Days 17 & 18 – At sea – Peru to Ecuador
Dec 7, 2011 – Wednesday – Day 17 – At sea
Cruise ships are a study in contrasts. This morning as I walk through the casino where the bells are ringing and the smokers are puffing; I hear hymns being sung in the next room; people are quietly reading or playing board games in the library; and finally the jewellery store is having a 40% off sale and draw, so crowds are gathering for that event in the retail area. I see a single dolphin jumping in the ocean this morning as I walk the Lower Promenade Deck for exercise.
There is a beautiful sunset this evening, however sea fog obscures any possibility of seeing the green flash (see banner photo above). It is Formal Night, so we have a late dinner in La Fontaine main dining room. My friends and I enjoy some Robert Mondavi white wine, and I have a rack of lamb done to perfection. The service is impeccable. As we finish our desserts, the captain announces that we are diverting to Salaverry/Trujillo for a medical emergency for someone needing shore-based treatment. We will dock at 11PM this evening, and then resume our course to Ecuador. He does not foresee any problems arriving in Guayaquil on time the day after tomorrow.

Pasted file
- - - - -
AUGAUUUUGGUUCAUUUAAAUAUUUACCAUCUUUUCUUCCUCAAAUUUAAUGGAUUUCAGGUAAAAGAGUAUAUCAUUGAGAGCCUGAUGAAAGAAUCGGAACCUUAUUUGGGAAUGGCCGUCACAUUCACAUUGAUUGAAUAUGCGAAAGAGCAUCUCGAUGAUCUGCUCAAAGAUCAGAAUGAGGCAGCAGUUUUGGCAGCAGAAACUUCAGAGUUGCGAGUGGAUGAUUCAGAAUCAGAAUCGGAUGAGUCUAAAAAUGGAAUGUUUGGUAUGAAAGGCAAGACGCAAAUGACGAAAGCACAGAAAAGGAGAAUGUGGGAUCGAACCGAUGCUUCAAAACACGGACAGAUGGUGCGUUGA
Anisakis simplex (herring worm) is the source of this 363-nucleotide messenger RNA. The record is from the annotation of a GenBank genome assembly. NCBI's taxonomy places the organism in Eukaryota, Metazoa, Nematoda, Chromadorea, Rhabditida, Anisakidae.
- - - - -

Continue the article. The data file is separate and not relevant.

Dec 8, 2011 – Thursday – Day 18 – At sea
I go to breakfast in La Fontaine the main dining room and am seated with a couple from San Diego, who have taken many cruises with Holland America. Their last cruise was 65 days around the Pacific Rim on the Amsterdam, which is a ship they prefer over the other Holland America ships – “better run” is their comment. There are many people aboard who prefer the longer cruises.
After breakfast, I go for a walk around the Lower Promenade Deck, but the air temperature is cool so I duck back inside. The cold Humboldt Current (aka the Peru Current) off the coasts of Peru and Ecuador keeps the air temperature cool, despite being located so close to the Equator. I find a good seat in the Show Lounge, since there are two back-to-back presentations I want to listen to this morning highlighting Nicaragua and our next port-of-call: Manta, Ecuador.
I work on my photos in the Explorers Lounge, adding a caption and location to each photo. While I am working, the fire alarm sounds and the crew is dispatched to investigate. As it turns out, someone was doing some welding in a work area below decks, and the fumes got into the crew quarters, setting off multiple alarms. The captain comes on the PA system shortly after explaining what happened and assures us it was a false alarm (thank goodness).
We go to the show lounge this evening to see Mark Donoghue, a performer who plays the violin, guitar, piano, harmonica, and he also sings. He is very good, playing favourites from the 1950’s, 1960’s and 1970’s. My favourites are the TV themes he performs. Riverboat and Bonanza both bring back childhood memories of watching these shows on our black and white Philco TV.